13. Egyptian Activism against Female Genital Cutting as Catachrestic Claiming

    Directory of Open Access Journals (Sweden)

    An Van Raemdonck

    2013-08-01

    Full Text Available This paper deals with questions of the politics of location in knowledge and norm production within the context of Egyptian feminist activism for abandoning female genital cutting practices. It seeks to determine underlying schemes of international campaigning discourse and analyzes how these predicate and complicate Egyptian postcolonial activism. It draws on a broad literature study in addition to fieldwork in Cairo consisting of in-depth interviews with activists and policy makers. My focus is on the national Task Force against FGM from 1994 until 1999 and its subsequent cooptation by the National Council of Childhood and Motherhood. I argue through the concept of catachresis that location matters in setting the terms of anti-FGC discourse and its relation to religion.

  14. Egyptian imprints on Geto-Dacian magical medicine.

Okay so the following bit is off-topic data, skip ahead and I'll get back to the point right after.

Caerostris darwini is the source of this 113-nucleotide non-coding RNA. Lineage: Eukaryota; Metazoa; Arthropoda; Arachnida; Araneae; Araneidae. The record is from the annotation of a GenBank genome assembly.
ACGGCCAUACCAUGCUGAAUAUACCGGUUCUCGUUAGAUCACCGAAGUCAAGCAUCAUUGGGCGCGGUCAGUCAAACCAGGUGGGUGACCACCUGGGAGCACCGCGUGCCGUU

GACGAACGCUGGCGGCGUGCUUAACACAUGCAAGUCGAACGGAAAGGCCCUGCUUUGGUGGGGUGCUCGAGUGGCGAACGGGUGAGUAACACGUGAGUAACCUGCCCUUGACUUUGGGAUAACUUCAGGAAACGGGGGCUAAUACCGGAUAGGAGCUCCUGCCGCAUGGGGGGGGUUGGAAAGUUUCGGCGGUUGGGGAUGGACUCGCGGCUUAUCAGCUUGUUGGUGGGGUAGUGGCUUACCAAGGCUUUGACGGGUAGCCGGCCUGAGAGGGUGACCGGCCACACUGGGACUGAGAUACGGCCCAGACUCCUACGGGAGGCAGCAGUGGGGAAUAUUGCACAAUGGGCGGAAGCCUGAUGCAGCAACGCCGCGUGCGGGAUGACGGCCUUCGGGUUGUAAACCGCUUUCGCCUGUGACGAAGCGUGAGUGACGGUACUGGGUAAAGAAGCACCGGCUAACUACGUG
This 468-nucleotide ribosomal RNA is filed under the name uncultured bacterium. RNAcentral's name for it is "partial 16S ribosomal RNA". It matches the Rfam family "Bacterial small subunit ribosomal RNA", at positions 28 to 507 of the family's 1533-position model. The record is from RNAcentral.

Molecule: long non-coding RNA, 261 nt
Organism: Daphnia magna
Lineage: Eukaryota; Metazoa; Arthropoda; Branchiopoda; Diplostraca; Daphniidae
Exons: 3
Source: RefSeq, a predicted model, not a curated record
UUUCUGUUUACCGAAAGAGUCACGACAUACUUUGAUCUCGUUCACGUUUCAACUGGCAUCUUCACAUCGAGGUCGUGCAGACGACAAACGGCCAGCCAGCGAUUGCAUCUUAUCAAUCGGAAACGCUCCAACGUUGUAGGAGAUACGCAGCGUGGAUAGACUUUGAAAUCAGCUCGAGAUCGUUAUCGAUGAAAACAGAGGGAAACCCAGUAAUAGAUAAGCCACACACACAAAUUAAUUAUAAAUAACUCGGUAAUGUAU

Science.gov (United States)

    Baran, Dana

    2010-12-01

    Several characteristics of Egyptian culture and civilization could be identified in prehistoric and ancient historic Geto-Dacian territories, belonging to modern Romania (Fig. 1). From early times, magic, religion and philosophy have been part of pre-scientific medicine. Therefore these aspects are to be tackled when speaking of medicine in mythological or legendary ages. Progress of ancient Geto-Dacian medicine was principally ascribed to the interface of local civilizations with ancient Egypt, Greece and Rome. Such connections were well documented and understood in historic times and were mainly based on texts of renowned Greek and Roman historians. Egyptian impact upon Dacia, -the ancient name of today's Romania-, was often explained in terms of indirect Greek- or Roman-mediated influences.The Greek and then the Roman colonies on the Black sea shore, together with later Roman colonies in Dacia Felix, founded in the heart of Transylvania, enabled access for Romania to Mediterranean cultures, including that of Egypt.

  15. Prevalence of single nucleotide polymorphism among 27 diverse alfalfa genotypes as assessed by transcriptome sequencing

    Directory of Open Access Journals (Sweden)

    Li Xuehui

    2012-10-01